Don’t Use Geophysics

Thursday, 18 December 2014: 3:20 PM
Ty P.A. Ferre1, Colin Kikuchi1, Jasper A Vrugt2, Jeff Kennedy3 and Tim Bayley4, (1)University of Arizona, Tucson, AZ, United States, (2)University of California Irvine, Irvine, CA, United States, (3)USGS Arizona Water Science Center, Tucson, AZ, United States, (4)Montgomery & Associates, Tucson, AZ, United States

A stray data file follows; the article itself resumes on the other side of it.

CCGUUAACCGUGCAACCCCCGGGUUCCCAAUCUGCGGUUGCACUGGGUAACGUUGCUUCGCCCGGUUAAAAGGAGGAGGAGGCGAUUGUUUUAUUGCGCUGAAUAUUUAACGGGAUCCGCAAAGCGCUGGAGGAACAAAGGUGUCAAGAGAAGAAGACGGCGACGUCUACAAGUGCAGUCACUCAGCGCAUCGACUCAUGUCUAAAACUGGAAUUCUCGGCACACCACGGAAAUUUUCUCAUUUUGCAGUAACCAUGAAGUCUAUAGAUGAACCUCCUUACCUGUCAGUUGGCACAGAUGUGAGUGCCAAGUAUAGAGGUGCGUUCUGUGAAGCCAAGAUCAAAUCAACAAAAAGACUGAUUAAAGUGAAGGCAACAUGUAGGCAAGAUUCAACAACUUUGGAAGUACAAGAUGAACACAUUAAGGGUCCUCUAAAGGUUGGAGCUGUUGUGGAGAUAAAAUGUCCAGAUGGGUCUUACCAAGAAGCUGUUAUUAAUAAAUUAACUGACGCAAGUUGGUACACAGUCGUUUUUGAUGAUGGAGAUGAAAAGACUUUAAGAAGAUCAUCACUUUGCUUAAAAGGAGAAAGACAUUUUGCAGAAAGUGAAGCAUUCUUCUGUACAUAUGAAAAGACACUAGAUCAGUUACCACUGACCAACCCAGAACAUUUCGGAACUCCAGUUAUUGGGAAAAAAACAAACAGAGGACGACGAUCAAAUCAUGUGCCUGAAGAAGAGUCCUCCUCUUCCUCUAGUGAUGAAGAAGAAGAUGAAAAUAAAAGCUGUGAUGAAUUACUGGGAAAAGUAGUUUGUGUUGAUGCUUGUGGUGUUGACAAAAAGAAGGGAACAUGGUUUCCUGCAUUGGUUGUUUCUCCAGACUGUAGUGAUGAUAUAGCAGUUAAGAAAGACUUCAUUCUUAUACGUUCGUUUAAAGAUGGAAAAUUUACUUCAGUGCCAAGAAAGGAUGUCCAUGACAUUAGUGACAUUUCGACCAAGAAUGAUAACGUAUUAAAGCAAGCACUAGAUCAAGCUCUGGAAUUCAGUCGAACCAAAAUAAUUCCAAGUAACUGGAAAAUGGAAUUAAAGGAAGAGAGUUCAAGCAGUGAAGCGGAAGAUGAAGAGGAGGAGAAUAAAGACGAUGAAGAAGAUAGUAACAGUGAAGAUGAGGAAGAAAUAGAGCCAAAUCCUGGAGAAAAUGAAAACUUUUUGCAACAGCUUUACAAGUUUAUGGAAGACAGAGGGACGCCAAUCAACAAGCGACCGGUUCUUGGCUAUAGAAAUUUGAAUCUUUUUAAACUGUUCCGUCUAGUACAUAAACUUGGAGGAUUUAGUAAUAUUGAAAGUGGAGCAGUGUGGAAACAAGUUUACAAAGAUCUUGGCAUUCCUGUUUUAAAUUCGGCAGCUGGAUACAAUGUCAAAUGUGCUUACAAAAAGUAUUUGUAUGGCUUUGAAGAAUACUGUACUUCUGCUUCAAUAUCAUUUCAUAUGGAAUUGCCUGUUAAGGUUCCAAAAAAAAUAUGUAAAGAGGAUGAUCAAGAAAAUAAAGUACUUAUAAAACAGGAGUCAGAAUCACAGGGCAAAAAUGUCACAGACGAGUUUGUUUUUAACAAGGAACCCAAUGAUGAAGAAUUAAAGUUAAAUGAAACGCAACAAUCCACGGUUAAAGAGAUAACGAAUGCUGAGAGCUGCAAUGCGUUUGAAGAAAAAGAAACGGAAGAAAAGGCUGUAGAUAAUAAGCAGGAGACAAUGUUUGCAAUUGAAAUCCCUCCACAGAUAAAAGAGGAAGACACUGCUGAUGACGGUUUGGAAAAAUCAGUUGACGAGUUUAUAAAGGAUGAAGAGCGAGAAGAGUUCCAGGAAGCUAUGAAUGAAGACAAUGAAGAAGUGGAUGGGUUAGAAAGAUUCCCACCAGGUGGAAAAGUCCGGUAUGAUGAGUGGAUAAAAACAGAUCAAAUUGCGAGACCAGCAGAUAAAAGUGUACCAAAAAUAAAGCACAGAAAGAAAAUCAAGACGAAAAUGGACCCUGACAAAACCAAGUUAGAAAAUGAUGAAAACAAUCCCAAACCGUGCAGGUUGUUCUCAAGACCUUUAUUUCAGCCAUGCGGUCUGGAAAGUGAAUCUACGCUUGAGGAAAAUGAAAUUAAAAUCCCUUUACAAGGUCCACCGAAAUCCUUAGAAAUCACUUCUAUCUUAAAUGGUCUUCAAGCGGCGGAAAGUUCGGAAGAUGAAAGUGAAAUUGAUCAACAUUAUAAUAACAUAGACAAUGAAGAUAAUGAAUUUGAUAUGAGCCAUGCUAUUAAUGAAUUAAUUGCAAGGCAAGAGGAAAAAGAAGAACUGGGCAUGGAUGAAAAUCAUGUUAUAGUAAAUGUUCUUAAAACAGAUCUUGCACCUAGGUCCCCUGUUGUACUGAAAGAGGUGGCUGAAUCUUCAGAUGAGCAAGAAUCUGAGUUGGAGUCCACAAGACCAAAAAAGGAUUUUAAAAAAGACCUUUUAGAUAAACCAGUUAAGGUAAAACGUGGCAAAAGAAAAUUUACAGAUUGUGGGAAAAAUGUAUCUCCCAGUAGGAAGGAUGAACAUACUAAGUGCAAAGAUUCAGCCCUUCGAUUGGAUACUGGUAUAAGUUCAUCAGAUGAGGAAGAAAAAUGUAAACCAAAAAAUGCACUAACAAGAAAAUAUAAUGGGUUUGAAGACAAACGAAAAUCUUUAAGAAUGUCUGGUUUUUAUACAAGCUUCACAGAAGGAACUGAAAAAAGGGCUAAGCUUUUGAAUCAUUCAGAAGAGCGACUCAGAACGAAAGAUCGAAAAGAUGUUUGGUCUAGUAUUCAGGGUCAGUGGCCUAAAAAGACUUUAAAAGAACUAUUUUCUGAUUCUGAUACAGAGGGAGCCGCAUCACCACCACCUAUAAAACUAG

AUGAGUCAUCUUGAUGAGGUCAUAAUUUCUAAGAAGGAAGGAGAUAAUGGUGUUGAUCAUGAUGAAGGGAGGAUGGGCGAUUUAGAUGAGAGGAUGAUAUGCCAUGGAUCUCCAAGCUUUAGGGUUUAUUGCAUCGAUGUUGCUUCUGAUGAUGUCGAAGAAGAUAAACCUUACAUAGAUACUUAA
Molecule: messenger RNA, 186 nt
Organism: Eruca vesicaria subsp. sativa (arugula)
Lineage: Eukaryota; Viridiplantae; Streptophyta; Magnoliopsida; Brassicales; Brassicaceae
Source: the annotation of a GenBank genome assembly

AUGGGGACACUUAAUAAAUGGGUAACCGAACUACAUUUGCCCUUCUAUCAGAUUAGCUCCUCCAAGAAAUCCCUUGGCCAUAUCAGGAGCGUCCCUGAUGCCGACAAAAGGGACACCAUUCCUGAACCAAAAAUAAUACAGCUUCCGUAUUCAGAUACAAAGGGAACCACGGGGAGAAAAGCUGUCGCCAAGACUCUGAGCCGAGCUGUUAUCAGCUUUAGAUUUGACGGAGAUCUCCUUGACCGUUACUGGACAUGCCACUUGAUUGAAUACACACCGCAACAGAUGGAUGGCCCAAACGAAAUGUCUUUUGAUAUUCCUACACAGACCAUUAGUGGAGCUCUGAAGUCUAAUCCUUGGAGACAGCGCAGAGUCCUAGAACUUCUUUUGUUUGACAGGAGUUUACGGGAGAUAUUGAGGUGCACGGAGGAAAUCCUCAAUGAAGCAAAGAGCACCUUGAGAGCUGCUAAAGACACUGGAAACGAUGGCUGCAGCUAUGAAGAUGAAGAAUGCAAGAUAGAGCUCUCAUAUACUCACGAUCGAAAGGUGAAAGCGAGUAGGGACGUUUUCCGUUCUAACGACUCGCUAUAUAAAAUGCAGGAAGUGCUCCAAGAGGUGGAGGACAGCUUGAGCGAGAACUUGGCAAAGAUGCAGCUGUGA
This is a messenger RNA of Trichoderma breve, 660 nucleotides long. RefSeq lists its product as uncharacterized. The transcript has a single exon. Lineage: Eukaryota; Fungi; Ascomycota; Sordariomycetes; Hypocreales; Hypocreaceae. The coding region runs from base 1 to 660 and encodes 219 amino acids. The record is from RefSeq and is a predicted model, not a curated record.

Geophysical methods and, in particular, approaches for integrating geophysical methods into hydrologic investigations, have advanced rapidly over the last decade. Some methods (e.g. TDR) have become standard, off-the-shelf, components of hydrogeologic field studies. Others (e.g. GPR, TEM, and ERT) are being used widely in reconnaissance-level studies. There is also increasing appreciation of the advantages available through leveraging multiple geophysical methods and standard hydrogeologic measurements and through joint and coupled hydrogeophysical inversion. However, to date, there have been very few efforts to develop approaches to determine which geophysical methods (if any) may be suitable for a given hydrologic investigation and even fewer attempts to optimize the integration of geophysics. I will discuss why coupled hydrogeophysical analysis should form the basis for developing logical, quantitative approaches to the design of hydrogeophysical investigations. I will also suggest that if you cannot justify the use of geophysics for a hydrologic investigation, you should not use geophysics.